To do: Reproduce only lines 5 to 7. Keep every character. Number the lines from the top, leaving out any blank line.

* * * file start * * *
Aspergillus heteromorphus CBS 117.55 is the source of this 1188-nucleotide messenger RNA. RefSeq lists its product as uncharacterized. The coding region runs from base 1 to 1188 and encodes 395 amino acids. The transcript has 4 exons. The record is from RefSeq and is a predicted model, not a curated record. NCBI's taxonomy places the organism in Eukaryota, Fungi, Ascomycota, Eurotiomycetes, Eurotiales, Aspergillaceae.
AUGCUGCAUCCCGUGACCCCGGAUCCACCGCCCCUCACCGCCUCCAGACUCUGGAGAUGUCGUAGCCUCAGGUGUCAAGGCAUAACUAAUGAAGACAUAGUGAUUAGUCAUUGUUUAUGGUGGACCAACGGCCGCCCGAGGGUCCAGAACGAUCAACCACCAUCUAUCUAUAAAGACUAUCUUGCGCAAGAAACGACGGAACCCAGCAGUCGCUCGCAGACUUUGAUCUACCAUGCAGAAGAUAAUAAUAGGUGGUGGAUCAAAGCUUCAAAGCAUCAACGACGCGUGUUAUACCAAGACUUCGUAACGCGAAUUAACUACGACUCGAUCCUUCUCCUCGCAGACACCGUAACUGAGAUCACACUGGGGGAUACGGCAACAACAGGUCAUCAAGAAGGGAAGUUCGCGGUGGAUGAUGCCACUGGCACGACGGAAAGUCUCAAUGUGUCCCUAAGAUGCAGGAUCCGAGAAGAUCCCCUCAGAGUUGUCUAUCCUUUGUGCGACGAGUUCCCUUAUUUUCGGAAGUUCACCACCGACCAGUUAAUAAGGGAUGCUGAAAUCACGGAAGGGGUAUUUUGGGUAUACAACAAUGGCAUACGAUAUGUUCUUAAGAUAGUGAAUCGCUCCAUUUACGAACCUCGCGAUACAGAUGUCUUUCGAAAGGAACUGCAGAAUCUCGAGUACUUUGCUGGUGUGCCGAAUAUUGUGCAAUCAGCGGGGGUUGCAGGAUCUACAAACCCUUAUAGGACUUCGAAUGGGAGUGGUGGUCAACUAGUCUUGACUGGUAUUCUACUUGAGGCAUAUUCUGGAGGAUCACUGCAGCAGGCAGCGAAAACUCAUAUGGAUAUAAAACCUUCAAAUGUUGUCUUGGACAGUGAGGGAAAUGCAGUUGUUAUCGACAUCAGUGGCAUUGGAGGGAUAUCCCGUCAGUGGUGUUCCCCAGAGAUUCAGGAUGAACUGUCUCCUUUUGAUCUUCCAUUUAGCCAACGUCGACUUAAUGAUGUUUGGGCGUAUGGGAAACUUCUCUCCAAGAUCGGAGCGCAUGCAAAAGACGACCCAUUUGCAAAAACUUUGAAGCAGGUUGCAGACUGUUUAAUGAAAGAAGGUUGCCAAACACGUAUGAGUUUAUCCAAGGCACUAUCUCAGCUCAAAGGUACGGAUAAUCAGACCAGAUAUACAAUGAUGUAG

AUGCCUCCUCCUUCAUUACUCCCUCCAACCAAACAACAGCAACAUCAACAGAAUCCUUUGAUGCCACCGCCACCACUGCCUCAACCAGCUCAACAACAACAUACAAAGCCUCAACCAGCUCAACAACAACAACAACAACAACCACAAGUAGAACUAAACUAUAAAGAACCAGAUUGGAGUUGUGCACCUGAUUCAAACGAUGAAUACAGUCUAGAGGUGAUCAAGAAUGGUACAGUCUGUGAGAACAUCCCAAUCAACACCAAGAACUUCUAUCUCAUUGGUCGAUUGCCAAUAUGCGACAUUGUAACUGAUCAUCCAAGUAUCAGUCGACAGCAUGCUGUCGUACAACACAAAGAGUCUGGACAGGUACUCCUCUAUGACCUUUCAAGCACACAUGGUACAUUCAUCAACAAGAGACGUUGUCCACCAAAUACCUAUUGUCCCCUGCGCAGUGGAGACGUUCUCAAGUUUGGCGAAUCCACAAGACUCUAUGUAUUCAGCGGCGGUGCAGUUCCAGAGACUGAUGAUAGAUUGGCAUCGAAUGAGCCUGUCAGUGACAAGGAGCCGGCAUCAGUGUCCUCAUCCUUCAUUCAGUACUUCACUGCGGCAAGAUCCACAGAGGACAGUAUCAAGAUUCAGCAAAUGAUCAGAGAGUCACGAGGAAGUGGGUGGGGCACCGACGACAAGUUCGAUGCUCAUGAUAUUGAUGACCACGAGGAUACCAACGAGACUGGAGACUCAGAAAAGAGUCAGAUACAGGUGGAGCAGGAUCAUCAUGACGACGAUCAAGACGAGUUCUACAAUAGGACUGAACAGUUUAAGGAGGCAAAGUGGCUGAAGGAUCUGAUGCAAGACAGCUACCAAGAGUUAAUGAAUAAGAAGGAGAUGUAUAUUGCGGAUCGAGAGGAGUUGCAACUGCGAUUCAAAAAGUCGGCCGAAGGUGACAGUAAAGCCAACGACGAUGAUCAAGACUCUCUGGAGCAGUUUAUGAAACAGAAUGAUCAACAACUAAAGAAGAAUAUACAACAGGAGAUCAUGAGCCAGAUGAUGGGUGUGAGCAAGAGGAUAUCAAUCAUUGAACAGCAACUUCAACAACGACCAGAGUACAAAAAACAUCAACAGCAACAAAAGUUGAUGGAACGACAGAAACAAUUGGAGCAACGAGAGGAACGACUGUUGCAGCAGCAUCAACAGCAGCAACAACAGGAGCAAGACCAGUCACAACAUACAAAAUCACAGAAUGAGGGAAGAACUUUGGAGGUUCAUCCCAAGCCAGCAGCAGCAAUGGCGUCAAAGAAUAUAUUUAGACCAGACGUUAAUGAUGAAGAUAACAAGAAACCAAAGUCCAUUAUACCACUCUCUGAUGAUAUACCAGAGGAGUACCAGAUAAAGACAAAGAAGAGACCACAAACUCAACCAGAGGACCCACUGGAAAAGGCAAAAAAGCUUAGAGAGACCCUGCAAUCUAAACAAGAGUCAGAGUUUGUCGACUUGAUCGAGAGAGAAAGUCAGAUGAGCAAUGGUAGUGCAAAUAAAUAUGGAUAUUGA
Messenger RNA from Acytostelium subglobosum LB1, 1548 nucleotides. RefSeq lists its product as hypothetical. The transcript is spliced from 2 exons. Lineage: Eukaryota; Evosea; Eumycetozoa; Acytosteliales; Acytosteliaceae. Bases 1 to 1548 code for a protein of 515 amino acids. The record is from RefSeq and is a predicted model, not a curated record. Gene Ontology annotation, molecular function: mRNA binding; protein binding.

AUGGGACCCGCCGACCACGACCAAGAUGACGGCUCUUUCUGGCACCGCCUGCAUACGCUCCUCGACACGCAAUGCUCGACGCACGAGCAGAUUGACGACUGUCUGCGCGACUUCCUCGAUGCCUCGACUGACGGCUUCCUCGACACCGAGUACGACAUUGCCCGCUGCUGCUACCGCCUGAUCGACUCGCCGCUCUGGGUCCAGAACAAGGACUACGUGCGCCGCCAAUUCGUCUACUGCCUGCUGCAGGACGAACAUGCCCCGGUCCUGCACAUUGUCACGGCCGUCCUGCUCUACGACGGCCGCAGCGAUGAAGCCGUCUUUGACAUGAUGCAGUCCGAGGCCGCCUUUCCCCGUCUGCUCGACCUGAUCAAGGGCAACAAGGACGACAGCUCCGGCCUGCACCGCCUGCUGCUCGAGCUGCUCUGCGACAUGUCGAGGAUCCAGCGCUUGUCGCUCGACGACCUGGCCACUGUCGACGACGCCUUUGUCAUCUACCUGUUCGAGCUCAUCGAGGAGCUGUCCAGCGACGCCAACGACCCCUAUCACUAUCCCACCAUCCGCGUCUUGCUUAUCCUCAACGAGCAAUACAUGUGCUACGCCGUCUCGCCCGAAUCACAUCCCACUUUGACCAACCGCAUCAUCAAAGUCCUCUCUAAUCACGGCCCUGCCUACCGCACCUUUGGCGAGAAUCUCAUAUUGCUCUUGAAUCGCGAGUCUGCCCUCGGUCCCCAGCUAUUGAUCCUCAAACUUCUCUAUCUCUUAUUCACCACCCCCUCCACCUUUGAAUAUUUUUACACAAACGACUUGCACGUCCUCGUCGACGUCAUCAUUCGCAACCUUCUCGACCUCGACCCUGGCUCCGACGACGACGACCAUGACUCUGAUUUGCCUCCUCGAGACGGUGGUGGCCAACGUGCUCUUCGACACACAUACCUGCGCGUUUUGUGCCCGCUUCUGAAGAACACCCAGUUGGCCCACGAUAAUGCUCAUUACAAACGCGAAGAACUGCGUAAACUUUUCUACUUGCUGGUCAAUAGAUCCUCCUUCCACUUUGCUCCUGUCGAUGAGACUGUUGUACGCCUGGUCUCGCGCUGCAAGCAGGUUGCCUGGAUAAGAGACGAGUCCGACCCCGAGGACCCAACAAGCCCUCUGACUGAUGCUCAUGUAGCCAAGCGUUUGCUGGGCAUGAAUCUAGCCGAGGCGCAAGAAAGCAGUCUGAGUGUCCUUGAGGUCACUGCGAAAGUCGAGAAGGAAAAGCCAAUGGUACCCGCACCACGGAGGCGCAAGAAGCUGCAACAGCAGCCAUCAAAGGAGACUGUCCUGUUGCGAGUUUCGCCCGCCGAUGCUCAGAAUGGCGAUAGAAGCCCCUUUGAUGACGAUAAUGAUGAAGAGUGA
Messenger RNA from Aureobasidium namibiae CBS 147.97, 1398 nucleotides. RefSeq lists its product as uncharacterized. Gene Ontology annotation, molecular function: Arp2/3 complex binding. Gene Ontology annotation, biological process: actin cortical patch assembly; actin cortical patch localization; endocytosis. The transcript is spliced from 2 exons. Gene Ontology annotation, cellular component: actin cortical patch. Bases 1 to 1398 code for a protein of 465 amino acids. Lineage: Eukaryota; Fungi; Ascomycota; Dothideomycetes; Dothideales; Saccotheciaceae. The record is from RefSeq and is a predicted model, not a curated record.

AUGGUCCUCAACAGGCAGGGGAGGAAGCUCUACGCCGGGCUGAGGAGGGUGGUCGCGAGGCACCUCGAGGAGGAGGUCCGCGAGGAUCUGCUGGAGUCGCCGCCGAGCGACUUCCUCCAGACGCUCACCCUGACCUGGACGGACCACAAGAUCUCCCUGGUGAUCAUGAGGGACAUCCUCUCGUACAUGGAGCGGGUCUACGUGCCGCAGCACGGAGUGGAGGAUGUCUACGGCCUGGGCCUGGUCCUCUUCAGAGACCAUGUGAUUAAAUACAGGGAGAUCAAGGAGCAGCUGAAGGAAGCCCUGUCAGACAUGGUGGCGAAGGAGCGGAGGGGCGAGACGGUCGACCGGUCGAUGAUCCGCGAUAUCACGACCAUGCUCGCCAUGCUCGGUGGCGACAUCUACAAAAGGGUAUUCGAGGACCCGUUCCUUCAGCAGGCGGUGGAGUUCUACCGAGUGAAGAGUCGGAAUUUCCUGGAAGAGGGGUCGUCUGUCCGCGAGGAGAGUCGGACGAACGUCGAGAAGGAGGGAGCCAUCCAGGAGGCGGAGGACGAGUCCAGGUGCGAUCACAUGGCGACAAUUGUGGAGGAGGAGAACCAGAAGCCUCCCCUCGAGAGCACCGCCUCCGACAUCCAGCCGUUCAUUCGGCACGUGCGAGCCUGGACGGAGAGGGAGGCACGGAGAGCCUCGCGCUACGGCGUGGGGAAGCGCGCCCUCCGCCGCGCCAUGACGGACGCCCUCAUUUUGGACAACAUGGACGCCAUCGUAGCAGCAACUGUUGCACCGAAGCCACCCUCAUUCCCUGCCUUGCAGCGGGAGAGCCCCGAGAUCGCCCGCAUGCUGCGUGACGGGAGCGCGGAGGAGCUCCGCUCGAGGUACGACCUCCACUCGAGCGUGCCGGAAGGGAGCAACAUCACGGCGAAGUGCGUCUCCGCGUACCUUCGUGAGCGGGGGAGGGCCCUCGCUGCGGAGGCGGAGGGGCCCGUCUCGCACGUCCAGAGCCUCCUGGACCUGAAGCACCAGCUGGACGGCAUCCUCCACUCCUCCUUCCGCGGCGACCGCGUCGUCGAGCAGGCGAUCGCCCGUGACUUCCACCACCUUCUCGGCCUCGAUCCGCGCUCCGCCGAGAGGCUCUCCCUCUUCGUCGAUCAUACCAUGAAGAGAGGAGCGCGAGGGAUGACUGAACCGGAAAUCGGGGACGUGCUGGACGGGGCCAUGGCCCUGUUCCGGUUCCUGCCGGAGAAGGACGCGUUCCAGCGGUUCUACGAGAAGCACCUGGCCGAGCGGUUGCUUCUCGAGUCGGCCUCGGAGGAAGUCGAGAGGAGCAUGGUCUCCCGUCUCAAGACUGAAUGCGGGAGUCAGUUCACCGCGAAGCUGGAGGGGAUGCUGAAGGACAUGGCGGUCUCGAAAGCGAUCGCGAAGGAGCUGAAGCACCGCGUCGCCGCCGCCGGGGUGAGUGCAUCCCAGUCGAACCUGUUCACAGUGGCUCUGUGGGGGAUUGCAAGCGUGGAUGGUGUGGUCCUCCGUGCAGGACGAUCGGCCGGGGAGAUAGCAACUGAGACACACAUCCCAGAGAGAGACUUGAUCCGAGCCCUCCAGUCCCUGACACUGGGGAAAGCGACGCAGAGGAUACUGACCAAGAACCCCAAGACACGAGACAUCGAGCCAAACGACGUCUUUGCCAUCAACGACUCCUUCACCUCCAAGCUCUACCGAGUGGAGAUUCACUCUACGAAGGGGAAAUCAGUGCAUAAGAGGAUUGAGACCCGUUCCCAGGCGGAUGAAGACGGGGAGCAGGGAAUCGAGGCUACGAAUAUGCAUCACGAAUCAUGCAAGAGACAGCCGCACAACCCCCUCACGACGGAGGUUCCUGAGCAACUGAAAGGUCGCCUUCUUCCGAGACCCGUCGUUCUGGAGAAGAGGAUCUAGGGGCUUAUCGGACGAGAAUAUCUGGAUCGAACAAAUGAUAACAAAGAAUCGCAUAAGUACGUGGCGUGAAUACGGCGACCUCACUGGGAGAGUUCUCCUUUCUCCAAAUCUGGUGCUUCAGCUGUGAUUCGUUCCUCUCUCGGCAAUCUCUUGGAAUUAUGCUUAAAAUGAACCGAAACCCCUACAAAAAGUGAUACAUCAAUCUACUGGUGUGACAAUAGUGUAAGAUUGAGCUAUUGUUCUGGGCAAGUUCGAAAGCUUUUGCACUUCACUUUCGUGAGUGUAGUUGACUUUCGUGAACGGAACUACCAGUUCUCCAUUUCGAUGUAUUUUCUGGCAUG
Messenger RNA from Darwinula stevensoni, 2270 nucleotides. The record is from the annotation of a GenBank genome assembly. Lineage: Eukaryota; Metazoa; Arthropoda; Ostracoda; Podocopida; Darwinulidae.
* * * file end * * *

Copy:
AUGGGACCCGCCGACCACGACCAAGAUGACGGCUCUUUCUGGCACCGCCUGCAUACGCUCCUCGACACGCAAUGCUCGACGCACGAGCAGAUUGACGACUGUCUGCGCGACUUCCUCGAUGCCUCGACUGACGGCUUCCUCGACACCGAGUACGACAUUGCCCGCUGCUGCUACCGCCUGAUCGACUCGCCGCUCUGGGUCCAGAACAAGGACUACGUGCGCCGCCAAUUCGUCUACUGCCUGCUGCAGGACGAACAUGCCCCGGUCCUGCACAUUGUCACGGCCGUCCUGCUCUACGACGGCCGCAGCGAUGAAGCCGUCUUUGACAUGAUGCAGUCCGAGGCCGCCUUUCCCCGUCUGCUCGACCUGAUCAAGGGCAACAAGGACGACAGCUCCGGCCUGCACCGCCUGCUGCUCGAGCUGCUCUGCGACAUGUCGAGGAUCCAGCGCUUGUCGCUCGACGACCUGGCCACUGUCGACGACGCCUUUGUCAUCUACCUGUUCGAGCUCAUCGAGGAGCUGUCCAGCGACGCCAACGACCCCUAUCACUAUCCCACCAUCCGCGUCUUGCUUAUCCUCAACGAGCAAUACAUGUGCUACGCCGUCUCGCCCGAAUCACAUCCCACUUUGACCAACCGCAUCAUCAAAGUCCUCUCUAAUCACGGCCCUGCCUACCGCACCUUUGGCGAGAAUCUCAUAUUGCUCUUGAAUCGCGAGUCUGCCCUCGGUCCCCAGCUAUUGAUCCUCAAACUUCUCUAUCUCUUAUUCACCACCCCCUCCACCUUUGAAUAUUUUUACACAAACGACUUGCACGUCCUCGUCGACGUCAUCAUUCGCAACCUUCUCGACCUCGACCCUGGCUCCGACGACGACGACCAUGACUCUGAUUUGCCUCCUCGAGACGGUGGUGGCCAACGUGCUCUUCGACACACAUACCUGCGCGUUUUGUGCCCGCUUCUGAAGAACACCCAGUUGGCCCACGAUAAUGCUCAUUACAAACGCGAAGAACUGCGUAAACUUUUCUACUUGCUGGUCAAUAGAUCCUCCUUCCACUUUGCUCCUGUCGAUGAGACUGUUGUACGCCUGGUCUCGCGCUGCAAGCAGGUUGCCUGGAUAAGAGACGAGUCCGACCCCGAGGACCCAACAAGCCCUCUGACUGAUGCUCAUGUAGCCAAGCGUUUGCUGGGCAUGAAUCUAGCCGAGGCGCAAGAAAGCAGUCUGAGUGUCCUUGAGGUCACUGCGAAAGUCGAGAAGGAAAAGCCAAUGGUACCCGCACCACGGAGGCGCAAGAAGCUGCAACAGCAGCCAUCAAAGGAGACUGUCCUGUUGCGAGUUUCGCCCGCCGAUGCUCAGAAUGGCGAUAGAAGCCCCUUUGAUGACGAUAAUGAUGAAGAGUGA
Messenger RNA from Aureobasidium namibiae CBS 147.97, 1398 nucleotides. RefSeq lists its product as uncharacterized. Gene Ontology annotation, molecular function: Arp2/3 complex binding. Gene Ontology annotation, biological process: actin cortical patch assembly; actin cortical patch localization; endocytosis. The transcript is spliced from 2 exons. Gene Ontology annotation, cellular component: actin cortical patch. Bases 1 to 1398 code for a protein of 465 amino acids. Lineage: Eukaryota; Fungi; Ascomycota; Dothideomycetes; Dothideales; Saccotheciaceae. The record is from RefSeq and is a predicted model, not a curated record.

AUGGUCCUCAACAGGCAGGGGAGGAAGCUCUACGCCGGGCUGAGGAGGGUGGUCGCGAGGCACCUCGAGGAGGAGGUCCGCGAGGAUCUGCUGGAGUCGCCGCCGAGCGACUUCCUCCAGACGCUCACCCUGACCUGGACGGACCACAAGAUCUCCCUGGUGAUCAUGAGGGACAUCCUCUCGUACAUGGAGCGGGUCUACGUGCCGCAGCACGGAGUGGAGGAUGUCUACGGCCUGGGCCUGGUCCUCUUCAGAGACCAUGUGAUUAAAUACAGGGAGAUCAAGGAGCAGCUGAAGGAAGCCCUGUCAGACAUGGUGGCGAAGGAGCGGAGGGGCGAGACGGUCGACCGGUCGAUGAUCCGCGAUAUCACGACCAUGCUCGCCAUGCUCGGUGGCGACAUCUACAAAAGGGUAUUCGAGGACCCGUUCCUUCAGCAGGCGGUGGAGUUCUACCGAGUGAAGAGUCGGAAUUUCCUGGAAGAGGGGUCGUCUGUCCGCGAGGAGAGUCGGACGAACGUCGAGAAGGAGGGAGCCAUCCAGGAGGCGGAGGACGAGUCCAGGUGCGAUCACAUGGCGACAAUUGUGGAGGAGGAGAACCAGAAGCCUCCCCUCGAGAGCACCGCCUCCGACAUCCAGCCGUUCAUUCGGCACGUGCGAGCCUGGACGGAGAGGGAGGCACGGAGAGCCUCGCGCUACGGCGUGGGGAAGCGCGCCCUCCGCCGCGCCAUGACGGACGCCCUCAUUUUGGACAACAUGGACGCCAUCGUAGCAGCAACUGUUGCACCGAAGCCACCCUCAUUCCCUGCCUUGCAGCGGGAGAGCCCCGAGAUCGCCCGCAUGCUGCGUGACGGGAGCGCGGAGGAGCUCCGCUCGAGGUACGACCUCCACUCGAGCGUGCCGGAAGGGAGCAACAUCACGGCGAAGUGCGUCUCCGCGUACCUUCGUGAGCGGGGGAGGGCCCUCGCUGCGGAGGCGGAGGGGCCCGUCUCGCACGUCCAGAGCCUCCUGGACCUGAAGCACCAGCUGGACGGCAUCCUCCACUCCUCCUUCCGCGGCGACCGCGUCGUCGAGCAGGCGAUCGCCCGUGACUUCCACCACCUUCUCGGCCUCGAUCCGCGCUCCGCCGAGAGGCUCUCCCUCUUCGUCGAUCAUACCAUGAAGAGAGGAGCGCGAGGGAUGACUGAACCGGAAAUCGGGGACGUGCUGGACGGGGCCAUGGCCCUGUUCCGGUUCCUGCCGGAGAAGGACGCGUUCCAGCGGUUCUACGAGAAGCACCUGGCCGAGCGGUUGCUUCUCGAGUCGGCCUCGGAGGAAGUCGAGAGGAGCAUGGUCUCCCGUCUCAAGACUGAAUGCGGGAGUCAGUUCACCGCGAAGCUGGAGGGGAUGCUGAAGGACAUGGCGGUCUCGAAAGCGAUCGCGAAGGAGCUGAAGCACCGCGUCGCCGCCGCCGGGGUGAGUGCAUCCCAGUCGAACCUGUUCACAGUGGCUCUGUGGGGGAUUGCAAGCGUGGAUGGUGUGGUCCUCCGUGCAGGACGAUCGGCCGGGGAGAUAGCAACUGAGACACACAUCCCAGAGAGAGACUUGAUCCGAGCCCUCCAGUCCCUGACACUGGGGAAAGCGACGCAGAGGAUACUGACCAAGAACCCCAAGACACGAGACAUCGAGCCAAACGACGUCUUUGCCAUCAACGACUCCUUCACCUCCAAGCUCUACCGAGUGGAGAUUCACUCUACGAAGGGGAAAUCAGUGCAUAAGAGGAUUGAGACCCGUUCCCAGGCGGAUGAAGACGGGGAGCAGGGAAUCGAGGCUACGAAUAUGCAUCACGAAUCAUGCAAGAGACAGCCGCACAACCCCCUCACGACGGAGGUUCCUGAGCAACUGAAAGGUCGCCUUCUUCCGAGACCCGUCGUUCUGGAGAAGAGGAUCUAGGGGCUUAUCGGACGAGAAUAUCUGGAUCGAACAAAUGAUAACAAAGAAUCGCAUAAGUACGUGGCGUGAAUACGGCGACCUCACUGGGAGAGUUCUCCUUUCUCCAAAUCUGGUGCUUCAGCUGUGAUUCGUUCCUCUCUCGGCAAUCUCUUGGAAUUAUGCUUAAAAUGAACCGAAACCCCUACAAAAAGUGAUACAUCAAUCUACUGGUGUGACAAUAGUGUAAGAUUGAGCUAUUGUUCUGGGCAAGUUCGAAAGCUUUUGCACUUCACUUUCGUGAGUGUAGUUGACUUUCGUGAACGGAACUACCAGUUCUCCAUUUCGAUGUAUUUUCUGGCAUG